Kathy Maister's Start Cooking

How To Make Caesar Salad

print recipe card posted in Soups, Salads, Sides and Sauces, Vegetarian by Kathy Maister
Difficulty:

Caesar Salad is a standard item on a lot of restaurant menus, but can easily be made at home. It can be an appetizer or, by adding some protein such as chicken or shrimp, can be turned into a complete meal.

(Both the origin of Caesar Salad and its original dressing ingredients are debatable, but Romaine lettuce, Parmesan cheese and croutons are always the base of a Caesar Salad. A homemade Caesar Salad dressing historically included lemon juice, olive oil, an egg, Worcestershire sauce OR anchovies and freshly grated black pepper.)

Today, pre-made Caesar Salad dressing is readily available on the grocery store shelves.

For 2 servings of this Caesar Salad you will need:

  • 1/4 cup of pre-made Caesar salad dressing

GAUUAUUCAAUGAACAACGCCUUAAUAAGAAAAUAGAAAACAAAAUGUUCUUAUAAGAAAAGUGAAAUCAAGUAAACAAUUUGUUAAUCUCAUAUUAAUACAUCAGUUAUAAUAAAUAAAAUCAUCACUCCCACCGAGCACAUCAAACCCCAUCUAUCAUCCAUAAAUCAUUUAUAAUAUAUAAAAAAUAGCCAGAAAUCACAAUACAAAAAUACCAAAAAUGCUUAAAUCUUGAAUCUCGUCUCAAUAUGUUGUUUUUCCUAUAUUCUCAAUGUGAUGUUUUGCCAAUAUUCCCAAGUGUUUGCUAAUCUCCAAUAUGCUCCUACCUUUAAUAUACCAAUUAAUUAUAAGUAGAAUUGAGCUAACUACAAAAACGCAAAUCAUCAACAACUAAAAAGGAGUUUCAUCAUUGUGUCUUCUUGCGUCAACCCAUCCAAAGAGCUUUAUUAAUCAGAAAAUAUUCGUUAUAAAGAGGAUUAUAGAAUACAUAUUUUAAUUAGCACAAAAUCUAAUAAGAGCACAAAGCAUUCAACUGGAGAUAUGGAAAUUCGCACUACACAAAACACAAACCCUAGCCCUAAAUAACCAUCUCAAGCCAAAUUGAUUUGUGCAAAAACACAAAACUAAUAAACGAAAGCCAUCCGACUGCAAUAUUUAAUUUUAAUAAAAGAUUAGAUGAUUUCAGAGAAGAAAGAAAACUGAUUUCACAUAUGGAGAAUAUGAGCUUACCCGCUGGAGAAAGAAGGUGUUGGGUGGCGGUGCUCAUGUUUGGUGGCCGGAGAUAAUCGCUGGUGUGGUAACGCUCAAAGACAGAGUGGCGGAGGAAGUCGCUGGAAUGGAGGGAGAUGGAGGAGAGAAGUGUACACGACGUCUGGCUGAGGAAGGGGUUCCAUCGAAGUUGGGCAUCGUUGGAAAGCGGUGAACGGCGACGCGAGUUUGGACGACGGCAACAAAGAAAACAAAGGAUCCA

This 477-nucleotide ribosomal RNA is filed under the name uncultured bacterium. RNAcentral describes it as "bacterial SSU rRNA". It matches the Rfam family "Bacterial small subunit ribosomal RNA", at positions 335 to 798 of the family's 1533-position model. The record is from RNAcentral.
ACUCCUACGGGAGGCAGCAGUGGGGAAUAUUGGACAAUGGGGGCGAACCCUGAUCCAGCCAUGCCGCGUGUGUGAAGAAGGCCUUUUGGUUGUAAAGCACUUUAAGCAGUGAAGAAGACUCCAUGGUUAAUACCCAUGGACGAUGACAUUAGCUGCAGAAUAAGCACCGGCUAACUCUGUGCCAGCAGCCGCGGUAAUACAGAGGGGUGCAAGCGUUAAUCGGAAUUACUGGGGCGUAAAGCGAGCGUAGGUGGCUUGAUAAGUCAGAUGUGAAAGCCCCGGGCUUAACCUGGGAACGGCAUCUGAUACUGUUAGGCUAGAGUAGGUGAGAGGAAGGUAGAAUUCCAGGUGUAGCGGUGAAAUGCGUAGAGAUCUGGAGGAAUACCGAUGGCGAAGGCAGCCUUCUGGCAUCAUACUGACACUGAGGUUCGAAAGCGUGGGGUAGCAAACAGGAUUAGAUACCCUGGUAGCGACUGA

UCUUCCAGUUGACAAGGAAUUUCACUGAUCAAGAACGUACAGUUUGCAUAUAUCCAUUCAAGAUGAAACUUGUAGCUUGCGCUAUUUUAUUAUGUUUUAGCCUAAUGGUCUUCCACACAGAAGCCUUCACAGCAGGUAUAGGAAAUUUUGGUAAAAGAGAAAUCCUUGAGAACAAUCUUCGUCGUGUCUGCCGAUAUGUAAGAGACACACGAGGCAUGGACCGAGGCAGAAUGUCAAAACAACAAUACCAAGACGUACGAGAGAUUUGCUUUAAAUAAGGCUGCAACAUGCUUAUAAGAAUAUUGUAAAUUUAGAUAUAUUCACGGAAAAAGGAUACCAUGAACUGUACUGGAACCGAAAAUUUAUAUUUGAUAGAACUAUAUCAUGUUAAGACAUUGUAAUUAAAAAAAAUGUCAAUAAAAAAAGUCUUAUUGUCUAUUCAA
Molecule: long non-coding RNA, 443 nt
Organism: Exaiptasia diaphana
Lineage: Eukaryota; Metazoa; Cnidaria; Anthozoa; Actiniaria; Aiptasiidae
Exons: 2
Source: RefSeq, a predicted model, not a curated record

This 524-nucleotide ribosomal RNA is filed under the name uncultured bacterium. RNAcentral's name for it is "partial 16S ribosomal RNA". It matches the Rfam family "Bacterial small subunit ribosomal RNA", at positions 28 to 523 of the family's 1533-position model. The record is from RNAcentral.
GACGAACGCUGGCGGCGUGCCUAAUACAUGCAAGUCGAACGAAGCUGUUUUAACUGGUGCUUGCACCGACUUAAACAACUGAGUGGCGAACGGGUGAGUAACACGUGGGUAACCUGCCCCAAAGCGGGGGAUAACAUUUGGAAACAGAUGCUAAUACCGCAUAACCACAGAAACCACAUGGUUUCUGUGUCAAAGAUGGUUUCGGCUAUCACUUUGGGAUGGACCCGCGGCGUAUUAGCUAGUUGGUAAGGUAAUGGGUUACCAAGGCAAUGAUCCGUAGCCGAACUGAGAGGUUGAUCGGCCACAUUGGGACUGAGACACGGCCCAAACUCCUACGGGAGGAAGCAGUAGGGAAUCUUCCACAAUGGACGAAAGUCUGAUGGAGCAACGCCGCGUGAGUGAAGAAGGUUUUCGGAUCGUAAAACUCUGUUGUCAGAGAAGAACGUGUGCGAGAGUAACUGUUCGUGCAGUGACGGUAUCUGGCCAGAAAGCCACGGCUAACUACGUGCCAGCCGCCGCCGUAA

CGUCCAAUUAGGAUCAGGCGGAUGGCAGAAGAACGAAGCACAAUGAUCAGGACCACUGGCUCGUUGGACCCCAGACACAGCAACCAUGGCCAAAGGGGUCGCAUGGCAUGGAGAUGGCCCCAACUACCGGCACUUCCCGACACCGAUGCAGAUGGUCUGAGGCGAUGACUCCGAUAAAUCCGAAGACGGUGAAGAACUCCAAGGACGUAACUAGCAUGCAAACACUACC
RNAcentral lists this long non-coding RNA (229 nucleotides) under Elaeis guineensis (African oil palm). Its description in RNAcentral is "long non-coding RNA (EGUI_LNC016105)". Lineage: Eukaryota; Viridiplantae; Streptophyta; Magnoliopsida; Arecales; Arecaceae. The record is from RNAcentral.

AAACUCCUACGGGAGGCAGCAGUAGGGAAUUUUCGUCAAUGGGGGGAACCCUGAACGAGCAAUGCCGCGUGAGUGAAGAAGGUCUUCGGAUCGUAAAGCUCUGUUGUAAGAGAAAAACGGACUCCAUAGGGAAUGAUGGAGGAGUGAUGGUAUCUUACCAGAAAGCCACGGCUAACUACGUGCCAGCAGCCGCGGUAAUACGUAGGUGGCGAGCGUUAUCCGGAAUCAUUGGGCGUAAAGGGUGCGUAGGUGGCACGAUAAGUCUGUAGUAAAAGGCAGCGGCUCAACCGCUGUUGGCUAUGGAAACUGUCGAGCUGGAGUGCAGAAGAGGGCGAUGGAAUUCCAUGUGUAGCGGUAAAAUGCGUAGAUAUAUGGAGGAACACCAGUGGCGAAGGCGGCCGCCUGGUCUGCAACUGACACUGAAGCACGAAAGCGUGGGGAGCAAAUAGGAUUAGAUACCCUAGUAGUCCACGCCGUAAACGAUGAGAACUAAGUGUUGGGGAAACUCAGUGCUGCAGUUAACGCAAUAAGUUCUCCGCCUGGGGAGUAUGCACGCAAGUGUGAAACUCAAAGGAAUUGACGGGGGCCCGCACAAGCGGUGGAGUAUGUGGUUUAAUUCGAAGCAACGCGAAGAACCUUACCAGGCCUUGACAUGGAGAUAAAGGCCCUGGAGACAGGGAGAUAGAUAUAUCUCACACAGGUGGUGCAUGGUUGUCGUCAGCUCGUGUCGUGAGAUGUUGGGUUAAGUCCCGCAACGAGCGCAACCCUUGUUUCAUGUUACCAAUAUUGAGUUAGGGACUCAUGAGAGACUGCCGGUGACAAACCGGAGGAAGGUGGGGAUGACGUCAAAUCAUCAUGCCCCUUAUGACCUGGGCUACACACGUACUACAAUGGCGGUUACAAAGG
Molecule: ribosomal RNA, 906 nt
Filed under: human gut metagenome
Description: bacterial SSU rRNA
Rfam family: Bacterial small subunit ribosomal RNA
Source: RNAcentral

• 2 tablespoons of grated parmesan cheese
  • 1/2 head of Romaine lettuce
  • 2/3 cup of croutons

Romaine Lettuce is the norm for a Caesar Salad. In general, choosing lettuce for a salad can be pretty confusing. Startcooking.com’s post on Salad Green From A to Z describes many of the more common types of greens available at most grocery stores.

Be sure to wash the Romaine lettuce and then chop or tear it into bite-size pieces.

Freshly grate Parmesan Cheese and add it to the lettuce.

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Gently toss the salad greens with the Caesar dressing and sprinkle on the shredded cheese. Then top with some croutons.

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If you like anchovies, then adding a few on top is always a tasty addition!

Salad’s ready!

Enjoy!

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14 Comments

Beth Best said: